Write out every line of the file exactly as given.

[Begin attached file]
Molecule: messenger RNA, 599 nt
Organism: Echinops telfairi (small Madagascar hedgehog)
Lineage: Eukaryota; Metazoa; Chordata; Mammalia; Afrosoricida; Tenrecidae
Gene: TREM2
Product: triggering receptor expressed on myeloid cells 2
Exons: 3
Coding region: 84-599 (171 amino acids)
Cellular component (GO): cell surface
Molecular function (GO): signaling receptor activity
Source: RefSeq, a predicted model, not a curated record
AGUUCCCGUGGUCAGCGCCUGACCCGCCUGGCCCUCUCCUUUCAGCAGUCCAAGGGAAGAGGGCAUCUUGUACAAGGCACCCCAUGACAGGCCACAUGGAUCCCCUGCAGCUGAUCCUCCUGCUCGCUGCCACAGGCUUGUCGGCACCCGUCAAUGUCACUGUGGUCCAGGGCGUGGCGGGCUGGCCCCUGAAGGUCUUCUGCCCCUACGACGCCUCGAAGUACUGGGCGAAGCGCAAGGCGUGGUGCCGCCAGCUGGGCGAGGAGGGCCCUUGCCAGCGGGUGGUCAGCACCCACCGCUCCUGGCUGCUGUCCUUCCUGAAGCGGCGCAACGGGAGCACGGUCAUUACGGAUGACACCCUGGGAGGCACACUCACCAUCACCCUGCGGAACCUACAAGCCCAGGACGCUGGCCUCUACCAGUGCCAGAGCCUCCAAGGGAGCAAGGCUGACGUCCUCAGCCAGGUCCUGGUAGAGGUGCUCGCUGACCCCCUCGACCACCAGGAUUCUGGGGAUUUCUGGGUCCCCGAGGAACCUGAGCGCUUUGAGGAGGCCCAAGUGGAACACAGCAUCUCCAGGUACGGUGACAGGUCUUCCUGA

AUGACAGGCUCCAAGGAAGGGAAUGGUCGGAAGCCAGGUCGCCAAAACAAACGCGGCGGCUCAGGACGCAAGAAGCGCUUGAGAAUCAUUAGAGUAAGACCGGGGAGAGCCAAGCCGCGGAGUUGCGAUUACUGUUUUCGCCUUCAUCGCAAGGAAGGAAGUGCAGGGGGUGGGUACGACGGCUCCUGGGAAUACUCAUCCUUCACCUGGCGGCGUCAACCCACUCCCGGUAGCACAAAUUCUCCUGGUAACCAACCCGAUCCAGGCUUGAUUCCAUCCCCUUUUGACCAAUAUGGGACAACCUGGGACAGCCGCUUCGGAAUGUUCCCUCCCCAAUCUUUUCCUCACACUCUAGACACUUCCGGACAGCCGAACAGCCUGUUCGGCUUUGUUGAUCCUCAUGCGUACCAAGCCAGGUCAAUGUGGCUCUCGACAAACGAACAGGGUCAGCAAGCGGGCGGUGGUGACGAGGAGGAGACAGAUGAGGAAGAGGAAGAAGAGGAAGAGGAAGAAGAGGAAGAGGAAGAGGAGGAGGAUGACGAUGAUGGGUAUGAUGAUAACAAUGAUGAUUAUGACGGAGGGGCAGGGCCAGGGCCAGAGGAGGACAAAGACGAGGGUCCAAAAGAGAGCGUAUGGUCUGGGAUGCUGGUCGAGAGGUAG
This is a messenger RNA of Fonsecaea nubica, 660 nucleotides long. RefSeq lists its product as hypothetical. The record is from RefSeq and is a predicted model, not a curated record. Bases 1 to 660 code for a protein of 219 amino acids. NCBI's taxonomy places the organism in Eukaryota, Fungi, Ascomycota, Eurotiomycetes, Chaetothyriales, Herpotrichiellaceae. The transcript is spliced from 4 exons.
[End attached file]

Molecule: messenger RNA, 599 nt
Organism: Echinops telfairi (small Madagascar hedgehog)
Lineage: Eukaryota; Metazoa; Chordata; Mammalia; Afrosoricida; Tenrecidae
Gene: TREM2
Product: triggering receptor expressed on myeloid cells 2
Exons: 3
Coding region: 84-599 (171 amino acids)
Cellular component (GO): cell surface
Molecular function (GO): signaling receptor activity
Source: RefSeq, a predicted model, not a curated record
AGUUCCCGUGGUCAGCGCCUGACCCGCCUGGCCCUCUCCUUUCAGCAGUCCAAGGGAAGAGGGCAUCUUGUACAAGGCACCCCAUGACAGGCCACAUGGAUCCCCUGCAGCUGAUCCUCCUGCUCGCUGCCACAGGCUUGUCGGCACCCGUCAAUGUCACUGUGGUCCAGGGCGUGGCGGGCUGGCCCCUGAAGGUCUUCUGCCCCUACGACGCCUCGAAGUACUGGGCGAAGCGCAAGGCGUGGUGCCGCCAGCUGGGCGAGGAGGGCCCUUGCCAGCGGGUGGUCAGCACCCACCGCUCCUGGCUGCUGUCCUUCCUGAAGCGGCGCAACGGGAGCACGGUCAUUACGGAUGACACCCUGGGAGGCACACUCACCAUCACCCUGCGGAACCUACAAGCCCAGGACGCUGGCCUCUACCAGUGCCAGAGCCUCCAAGGGAGCAAGGCUGACGUCCUCAGCCAGGUCCUGGUAGAGGUGCUCGCUGACCCCCUCGACCACCAGGAUUCUGGGGAUUUCUGGGUCCCCGAGGAACCUGAGCGCUUUGAGGAGGCCCAAGUGGAACACAGCAUCUCCAGGUACGGUGACAGGUCUUCCUGA

AUGACAGGCUCCAAGGAAGGGAAUGGUCGGAAGCCAGGUCGCCAAAACAAACGCGGCGGCUCAGGACGCAAGAAGCGCUUGAGAAUCAUUAGAGUAAGACCGGGGAGAGCCAAGCCGCGGAGUUGCGAUUACUGUUUUCGCCUUCAUCGCAAGGAAGGAAGUGCAGGGGGUGGGUACGACGGCUCCUGGGAAUACUCAUCCUUCACCUGGCGGCGUCAACCCACUCCCGGUAGCACAAAUUCUCCUGGUAACCAACCCGAUCCAGGCUUGAUUCCAUCCCCUUUUGACCAAUAUGGGACAACCUGGGACAGCCGCUUCGGAAUGUUCCCUCCCCAAUCUUUUCCUCACACUCUAGACACUUCCGGACAGCCGAACAGCCUGUUCGGCUUUGUUGAUCCUCAUGCGUACCAAGCCAGGUCAAUGUGGCUCUCGACAAACGAACAGGGUCAGCAAGCGGGCGGUGGUGACGAGGAGGAGACAGAUGAGGAAGAGGAAGAAGAGGAAGAGGAAGAAGAGGAAGAGGAAGAGGAGGAGGAUGACGAUGAUGGGUAUGAUGAUAACAAUGAUGAUUAUGACGGAGGGGCAGGGCCAGGGCCAGAGGAGGACAAAGACGAGGGUCCAAAAGAGAGCGUAUGGUCUGGGAUGCUGGUCGAGAGGUAG
This is a messenger RNA of Fonsecaea nubica, 660 nucleotides long. RefSeq lists its product as hypothetical. The record is from RefSeq and is a predicted model, not a curated record. Bases 1 to 660 code for a protein of 219 amino acids. NCBI's taxonomy places the organism in Eukaryota, Fungi, Ascomycota, Eurotiomycetes, Chaetothyriales, Herpotrichiellaceae. The transcript is spliced from 4 exons.